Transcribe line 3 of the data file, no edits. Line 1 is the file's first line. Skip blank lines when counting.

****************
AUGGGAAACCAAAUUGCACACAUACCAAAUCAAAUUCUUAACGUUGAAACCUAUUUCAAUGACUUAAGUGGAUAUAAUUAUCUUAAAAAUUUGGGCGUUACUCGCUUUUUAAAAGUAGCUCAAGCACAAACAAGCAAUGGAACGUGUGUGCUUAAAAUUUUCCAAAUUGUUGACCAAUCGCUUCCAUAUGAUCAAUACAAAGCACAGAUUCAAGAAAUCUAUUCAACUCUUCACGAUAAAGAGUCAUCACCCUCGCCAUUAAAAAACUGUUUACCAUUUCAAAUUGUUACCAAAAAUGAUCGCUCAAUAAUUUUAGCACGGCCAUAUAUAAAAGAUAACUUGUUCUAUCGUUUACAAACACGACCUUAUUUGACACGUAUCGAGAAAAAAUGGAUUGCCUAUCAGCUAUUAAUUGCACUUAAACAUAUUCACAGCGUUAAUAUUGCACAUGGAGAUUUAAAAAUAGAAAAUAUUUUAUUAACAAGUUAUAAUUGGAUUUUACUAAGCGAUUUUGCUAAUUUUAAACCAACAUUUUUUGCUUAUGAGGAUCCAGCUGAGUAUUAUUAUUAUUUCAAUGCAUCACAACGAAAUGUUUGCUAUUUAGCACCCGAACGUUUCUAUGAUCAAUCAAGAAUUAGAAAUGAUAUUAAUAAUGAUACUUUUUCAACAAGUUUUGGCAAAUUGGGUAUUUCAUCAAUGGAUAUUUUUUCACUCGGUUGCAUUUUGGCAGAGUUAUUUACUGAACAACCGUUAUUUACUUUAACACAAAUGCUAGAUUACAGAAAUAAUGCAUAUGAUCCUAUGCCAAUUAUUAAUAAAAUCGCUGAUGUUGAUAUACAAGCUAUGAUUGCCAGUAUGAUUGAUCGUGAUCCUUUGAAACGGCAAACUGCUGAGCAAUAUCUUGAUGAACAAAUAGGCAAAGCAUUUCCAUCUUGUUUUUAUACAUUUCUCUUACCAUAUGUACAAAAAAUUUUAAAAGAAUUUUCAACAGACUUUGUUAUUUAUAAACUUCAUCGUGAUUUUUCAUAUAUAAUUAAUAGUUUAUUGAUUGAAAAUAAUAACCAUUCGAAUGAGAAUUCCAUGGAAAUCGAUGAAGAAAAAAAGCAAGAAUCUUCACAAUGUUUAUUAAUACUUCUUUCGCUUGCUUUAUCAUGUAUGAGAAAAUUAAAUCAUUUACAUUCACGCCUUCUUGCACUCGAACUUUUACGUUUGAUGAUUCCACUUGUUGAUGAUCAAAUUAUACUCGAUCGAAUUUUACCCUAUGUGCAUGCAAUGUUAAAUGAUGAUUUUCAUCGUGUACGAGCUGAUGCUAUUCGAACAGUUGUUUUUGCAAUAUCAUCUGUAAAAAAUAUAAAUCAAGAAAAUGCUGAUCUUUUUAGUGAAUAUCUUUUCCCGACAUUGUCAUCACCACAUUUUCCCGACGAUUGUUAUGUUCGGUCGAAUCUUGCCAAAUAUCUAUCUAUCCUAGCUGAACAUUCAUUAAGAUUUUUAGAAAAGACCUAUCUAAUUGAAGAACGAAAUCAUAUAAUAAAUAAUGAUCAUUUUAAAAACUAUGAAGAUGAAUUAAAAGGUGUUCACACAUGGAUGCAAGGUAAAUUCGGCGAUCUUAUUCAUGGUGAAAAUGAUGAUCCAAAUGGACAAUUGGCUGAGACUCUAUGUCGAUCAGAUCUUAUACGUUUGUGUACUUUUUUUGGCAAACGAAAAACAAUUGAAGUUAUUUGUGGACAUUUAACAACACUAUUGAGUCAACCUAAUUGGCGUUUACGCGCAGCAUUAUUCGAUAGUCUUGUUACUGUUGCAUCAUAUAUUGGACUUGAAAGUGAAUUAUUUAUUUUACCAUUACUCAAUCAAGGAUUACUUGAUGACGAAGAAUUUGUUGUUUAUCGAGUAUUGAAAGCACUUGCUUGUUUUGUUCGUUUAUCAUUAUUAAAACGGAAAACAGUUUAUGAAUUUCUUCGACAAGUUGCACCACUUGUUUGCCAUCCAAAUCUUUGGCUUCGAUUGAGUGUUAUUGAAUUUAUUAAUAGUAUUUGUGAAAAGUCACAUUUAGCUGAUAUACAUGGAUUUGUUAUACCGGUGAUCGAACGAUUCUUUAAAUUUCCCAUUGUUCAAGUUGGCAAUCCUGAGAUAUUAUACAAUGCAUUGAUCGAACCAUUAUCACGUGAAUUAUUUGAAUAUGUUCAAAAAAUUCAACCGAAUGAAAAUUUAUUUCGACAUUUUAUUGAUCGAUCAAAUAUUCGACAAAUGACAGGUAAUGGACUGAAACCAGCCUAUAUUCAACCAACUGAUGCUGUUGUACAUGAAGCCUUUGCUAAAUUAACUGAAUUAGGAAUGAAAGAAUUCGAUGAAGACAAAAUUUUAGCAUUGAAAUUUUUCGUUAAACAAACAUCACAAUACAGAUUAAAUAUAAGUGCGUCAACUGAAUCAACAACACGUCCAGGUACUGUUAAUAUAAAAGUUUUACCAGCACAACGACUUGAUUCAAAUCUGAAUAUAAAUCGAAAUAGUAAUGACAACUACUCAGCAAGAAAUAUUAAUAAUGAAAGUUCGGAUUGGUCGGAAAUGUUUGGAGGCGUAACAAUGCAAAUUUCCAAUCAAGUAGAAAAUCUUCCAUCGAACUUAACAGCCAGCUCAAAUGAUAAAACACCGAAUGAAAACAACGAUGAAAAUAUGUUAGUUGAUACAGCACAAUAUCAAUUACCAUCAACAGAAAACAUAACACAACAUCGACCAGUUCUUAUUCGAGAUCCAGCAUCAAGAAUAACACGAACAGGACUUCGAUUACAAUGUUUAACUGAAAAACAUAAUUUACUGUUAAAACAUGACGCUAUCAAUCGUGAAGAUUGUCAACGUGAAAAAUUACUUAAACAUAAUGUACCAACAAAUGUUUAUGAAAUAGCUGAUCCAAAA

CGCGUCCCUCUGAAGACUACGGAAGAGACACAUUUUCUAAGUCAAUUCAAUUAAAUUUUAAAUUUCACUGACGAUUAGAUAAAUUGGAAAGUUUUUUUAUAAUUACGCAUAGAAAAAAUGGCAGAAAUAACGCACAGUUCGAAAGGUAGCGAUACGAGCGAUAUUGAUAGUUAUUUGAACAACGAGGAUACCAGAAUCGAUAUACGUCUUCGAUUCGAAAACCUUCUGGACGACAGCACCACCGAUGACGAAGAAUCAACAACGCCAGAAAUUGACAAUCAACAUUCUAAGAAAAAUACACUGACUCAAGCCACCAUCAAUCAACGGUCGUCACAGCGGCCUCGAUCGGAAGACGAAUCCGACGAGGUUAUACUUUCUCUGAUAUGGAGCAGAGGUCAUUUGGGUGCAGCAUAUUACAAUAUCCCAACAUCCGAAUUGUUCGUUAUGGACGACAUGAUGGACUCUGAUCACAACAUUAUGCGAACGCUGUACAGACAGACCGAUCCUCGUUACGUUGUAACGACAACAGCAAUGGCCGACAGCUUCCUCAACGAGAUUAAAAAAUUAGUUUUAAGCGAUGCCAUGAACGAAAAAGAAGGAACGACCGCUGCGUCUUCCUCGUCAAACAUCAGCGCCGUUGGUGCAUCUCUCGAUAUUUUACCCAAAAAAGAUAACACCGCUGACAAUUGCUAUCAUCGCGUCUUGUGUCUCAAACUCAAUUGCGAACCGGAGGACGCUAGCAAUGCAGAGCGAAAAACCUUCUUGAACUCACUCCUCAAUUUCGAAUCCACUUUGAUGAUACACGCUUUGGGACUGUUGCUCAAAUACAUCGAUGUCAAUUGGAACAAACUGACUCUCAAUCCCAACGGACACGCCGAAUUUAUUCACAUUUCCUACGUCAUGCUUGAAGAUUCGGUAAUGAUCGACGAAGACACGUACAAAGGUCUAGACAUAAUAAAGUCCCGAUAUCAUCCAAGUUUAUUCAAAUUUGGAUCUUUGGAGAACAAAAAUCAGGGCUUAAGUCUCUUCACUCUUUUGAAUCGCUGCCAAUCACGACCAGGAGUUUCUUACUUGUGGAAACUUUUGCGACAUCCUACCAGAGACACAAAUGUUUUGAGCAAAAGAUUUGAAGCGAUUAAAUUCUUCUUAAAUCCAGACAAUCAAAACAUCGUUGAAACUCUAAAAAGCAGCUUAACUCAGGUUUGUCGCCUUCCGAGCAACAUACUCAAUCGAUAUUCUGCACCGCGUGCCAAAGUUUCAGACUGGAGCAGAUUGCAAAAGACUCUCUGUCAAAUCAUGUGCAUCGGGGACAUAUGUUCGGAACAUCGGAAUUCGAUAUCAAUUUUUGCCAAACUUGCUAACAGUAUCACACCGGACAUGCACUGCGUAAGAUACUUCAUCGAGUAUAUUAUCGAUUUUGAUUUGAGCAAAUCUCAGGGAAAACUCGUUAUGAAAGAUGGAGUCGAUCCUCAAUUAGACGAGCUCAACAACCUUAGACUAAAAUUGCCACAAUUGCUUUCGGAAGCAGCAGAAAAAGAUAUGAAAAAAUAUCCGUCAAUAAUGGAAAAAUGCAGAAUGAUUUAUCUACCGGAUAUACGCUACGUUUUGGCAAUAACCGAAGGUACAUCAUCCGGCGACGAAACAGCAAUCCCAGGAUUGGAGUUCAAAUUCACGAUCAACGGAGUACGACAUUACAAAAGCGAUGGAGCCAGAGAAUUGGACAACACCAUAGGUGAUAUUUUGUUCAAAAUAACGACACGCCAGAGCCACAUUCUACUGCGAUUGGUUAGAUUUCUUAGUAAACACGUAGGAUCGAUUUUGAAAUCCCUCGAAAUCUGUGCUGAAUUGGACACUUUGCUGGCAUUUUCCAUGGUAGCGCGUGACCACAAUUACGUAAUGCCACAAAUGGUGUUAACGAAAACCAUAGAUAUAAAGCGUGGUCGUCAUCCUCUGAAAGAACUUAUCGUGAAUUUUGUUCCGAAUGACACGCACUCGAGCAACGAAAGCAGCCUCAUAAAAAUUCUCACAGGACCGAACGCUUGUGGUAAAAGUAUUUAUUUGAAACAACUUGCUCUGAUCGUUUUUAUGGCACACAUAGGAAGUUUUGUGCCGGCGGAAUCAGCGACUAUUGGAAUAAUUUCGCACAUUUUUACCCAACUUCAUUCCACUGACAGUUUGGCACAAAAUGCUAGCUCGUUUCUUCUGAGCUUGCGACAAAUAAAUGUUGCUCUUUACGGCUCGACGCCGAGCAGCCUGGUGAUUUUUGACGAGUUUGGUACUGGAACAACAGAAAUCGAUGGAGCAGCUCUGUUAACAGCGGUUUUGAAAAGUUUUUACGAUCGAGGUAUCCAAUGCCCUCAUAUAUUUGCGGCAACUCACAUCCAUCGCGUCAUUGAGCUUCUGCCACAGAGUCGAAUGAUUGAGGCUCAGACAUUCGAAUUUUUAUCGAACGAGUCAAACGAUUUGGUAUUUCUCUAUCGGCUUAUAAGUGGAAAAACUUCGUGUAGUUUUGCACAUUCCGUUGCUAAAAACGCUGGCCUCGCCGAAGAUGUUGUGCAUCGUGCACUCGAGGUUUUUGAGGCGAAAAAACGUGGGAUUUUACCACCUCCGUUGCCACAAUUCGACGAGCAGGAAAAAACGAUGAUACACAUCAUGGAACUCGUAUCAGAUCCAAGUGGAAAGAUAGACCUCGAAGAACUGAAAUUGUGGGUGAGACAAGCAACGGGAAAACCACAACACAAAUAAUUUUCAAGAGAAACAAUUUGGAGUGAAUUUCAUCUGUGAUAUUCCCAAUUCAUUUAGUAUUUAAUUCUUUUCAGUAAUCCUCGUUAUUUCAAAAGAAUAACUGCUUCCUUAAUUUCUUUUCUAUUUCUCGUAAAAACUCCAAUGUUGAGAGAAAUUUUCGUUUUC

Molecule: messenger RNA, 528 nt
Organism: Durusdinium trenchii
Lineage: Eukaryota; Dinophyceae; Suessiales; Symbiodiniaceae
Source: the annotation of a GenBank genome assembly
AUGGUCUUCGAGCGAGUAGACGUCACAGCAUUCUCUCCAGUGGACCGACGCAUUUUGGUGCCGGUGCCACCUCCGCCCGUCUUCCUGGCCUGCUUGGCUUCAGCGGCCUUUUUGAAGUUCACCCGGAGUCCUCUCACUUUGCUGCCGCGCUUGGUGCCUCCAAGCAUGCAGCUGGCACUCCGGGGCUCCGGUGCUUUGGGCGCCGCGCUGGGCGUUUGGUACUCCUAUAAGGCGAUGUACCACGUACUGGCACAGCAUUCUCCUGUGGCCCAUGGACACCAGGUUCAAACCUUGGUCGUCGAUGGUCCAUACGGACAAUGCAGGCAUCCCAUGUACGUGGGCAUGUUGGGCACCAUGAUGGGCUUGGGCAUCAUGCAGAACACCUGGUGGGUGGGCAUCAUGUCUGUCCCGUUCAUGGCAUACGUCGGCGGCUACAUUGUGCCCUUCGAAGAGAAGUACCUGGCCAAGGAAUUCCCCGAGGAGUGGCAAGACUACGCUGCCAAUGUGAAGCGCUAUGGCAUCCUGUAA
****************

Molecule: messenger RNA, 528 nt